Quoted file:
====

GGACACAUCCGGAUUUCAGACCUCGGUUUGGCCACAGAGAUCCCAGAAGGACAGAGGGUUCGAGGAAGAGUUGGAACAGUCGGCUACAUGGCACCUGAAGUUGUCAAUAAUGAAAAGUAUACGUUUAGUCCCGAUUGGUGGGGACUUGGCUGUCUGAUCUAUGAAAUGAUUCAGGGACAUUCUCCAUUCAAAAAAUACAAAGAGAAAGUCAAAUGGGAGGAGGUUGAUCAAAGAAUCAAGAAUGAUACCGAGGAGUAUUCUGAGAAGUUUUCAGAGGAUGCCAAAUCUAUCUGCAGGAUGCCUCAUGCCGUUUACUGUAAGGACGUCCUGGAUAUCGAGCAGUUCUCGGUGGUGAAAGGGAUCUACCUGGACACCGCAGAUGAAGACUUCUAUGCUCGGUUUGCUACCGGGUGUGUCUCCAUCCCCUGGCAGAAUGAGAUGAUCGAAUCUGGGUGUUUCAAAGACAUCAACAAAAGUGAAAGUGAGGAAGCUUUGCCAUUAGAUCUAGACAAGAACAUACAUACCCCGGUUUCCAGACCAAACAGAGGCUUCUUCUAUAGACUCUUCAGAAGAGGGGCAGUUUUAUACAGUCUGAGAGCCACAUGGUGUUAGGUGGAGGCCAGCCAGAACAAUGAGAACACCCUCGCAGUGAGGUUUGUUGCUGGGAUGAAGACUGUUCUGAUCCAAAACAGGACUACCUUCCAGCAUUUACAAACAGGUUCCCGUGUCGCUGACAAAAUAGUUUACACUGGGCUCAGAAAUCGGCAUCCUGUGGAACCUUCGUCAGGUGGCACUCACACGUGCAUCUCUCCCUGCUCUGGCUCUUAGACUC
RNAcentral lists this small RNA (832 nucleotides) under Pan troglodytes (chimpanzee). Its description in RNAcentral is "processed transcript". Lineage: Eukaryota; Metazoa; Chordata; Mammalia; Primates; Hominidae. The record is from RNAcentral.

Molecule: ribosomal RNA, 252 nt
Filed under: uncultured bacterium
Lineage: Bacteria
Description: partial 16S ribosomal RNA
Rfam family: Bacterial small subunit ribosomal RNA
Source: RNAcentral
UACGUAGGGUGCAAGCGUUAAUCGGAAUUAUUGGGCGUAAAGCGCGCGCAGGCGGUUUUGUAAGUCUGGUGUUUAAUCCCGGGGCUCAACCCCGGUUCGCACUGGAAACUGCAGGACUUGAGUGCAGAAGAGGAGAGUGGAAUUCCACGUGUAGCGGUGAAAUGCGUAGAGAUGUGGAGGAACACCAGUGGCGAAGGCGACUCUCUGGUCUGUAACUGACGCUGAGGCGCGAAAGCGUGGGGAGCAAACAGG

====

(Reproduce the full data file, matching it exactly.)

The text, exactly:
GGACACAUCCGGAUUUCAGACCUCGGUUUGGCCACAGAGAUCCCAGAAGGACAGAGGGUUCGAGGAAGAGUUGGAACAGUCGGCUACAUGGCACCUGAAGUUGUCAAUAAUGAAAAGUAUACGUUUAGUCCCGAUUGGUGGGGACUUGGCUGUCUGAUCUAUGAAAUGAUUCAGGGACAUUCUCCAUUCAAAAAAUACAAAGAGAAAGUCAAAUGGGAGGAGGUUGAUCAAAGAAUCAAGAAUGAUACCGAGGAGUAUUCUGAGAAGUUUUCAGAGGAUGCCAAAUCUAUCUGCAGGAUGCCUCAUGCCGUUUACUGUAAGGACGUCCUGGAUAUCGAGCAGUUCUCGGUGGUGAAAGGGAUCUACCUGGACACCGCAGAUGAAGACUUCUAUGCUCGGUUUGCUACCGGGUGUGUCUCCAUCCCCUGGCAGAAUGAGAUGAUCGAAUCUGGGUGUUUCAAAGACAUCAACAAAAGUGAAAGUGAGGAAGCUUUGCCAUUAGAUCUAGACAAGAACAUACAUACCCCGGUUUCCAGACCAAACAGAGGCUUCUUCUAUAGACUCUUCAGAAGAGGGGCAGUUUUAUACAGUCUGAGAGCCACAUGGUGUUAGGUGGAGGCCAGCCAGAACAAUGAGAACACCCUCGCAGUGAGGUUUGUUGCUGGGAUGAAGACUGUUCUGAUCCAAAACAGGACUACCUUCCAGCAUUUACAAACAGGUUCCCGUGUCGCUGACAAAAUAGUUUACACUGGGCUCAGAAAUCGGCAUCCUGUGGAACCUUCGUCAGGUGGCACUCACACGUGCAUCUCUCCCUGCUCUGGCUCUUAGACUC
RNAcentral lists this small RNA (832 nucleotides) under Pan troglodytes (chimpanzee). Its description in RNAcentral is "processed transcript". Lineage: Eukaryota; Metazoa; Chordata; Mammalia; Primates; Hominidae. The record is from RNAcentral.

Molecule: ribosomal RNA, 252 nt
Filed under: uncultured bacterium
Lineage: Bacteria
Description: partial 16S ribosomal RNA
Rfam family: Bacterial small subunit ribosomal RNA
Source: RNAcentral
UACGUAGGGUGCAAGCGUUAAUCGGAAUUAUUGGGCGUAAAGCGCGCGCAGGCGGUUUUGUAAGUCUGGUGUUUAAUCCCGGGGCUCAACCCCGGUUCGCACUGGAAACUGCAGGACUUGAGUGCAGAAGAGGAGAGUGGAAUUCCACGUGUAGCGGUGAAAUGCGUAGAGAUGUGGAGGAACACCAGUGGCGAAGGCGACUCUCUGGUCUGUAACUGACGCUGAGGCGCGAAAGCGUGGGGAGCAAACAGG